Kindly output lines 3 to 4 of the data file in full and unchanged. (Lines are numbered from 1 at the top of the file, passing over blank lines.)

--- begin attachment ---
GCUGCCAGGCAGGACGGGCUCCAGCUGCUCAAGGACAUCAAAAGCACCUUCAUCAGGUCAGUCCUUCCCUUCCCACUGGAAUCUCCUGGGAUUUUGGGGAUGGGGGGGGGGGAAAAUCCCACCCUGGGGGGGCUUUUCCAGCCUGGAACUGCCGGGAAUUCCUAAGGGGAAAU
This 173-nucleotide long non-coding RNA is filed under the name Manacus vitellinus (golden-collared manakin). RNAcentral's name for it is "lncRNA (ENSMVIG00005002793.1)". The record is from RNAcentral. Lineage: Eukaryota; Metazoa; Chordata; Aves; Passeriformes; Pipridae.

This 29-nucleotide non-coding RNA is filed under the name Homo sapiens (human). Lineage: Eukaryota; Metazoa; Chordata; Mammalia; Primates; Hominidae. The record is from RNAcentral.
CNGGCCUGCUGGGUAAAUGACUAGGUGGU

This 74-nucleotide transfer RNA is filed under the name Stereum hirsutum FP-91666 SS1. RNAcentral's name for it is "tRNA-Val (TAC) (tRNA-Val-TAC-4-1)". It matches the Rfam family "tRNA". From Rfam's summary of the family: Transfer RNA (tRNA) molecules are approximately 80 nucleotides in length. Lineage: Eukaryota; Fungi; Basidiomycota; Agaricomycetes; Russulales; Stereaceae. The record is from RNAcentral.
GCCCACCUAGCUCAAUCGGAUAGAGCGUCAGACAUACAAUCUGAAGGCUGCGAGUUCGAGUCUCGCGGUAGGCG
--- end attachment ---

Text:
This 29-nucleotide non-coding RNA is filed under the name Homo sapiens (human). Lineage: Eukaryota; Metazoa; Chordata; Mammalia; Primates; Hominidae. The record is from RNAcentral.
CNGGCCUGCUGGGUAAAUGACUAGGUGGU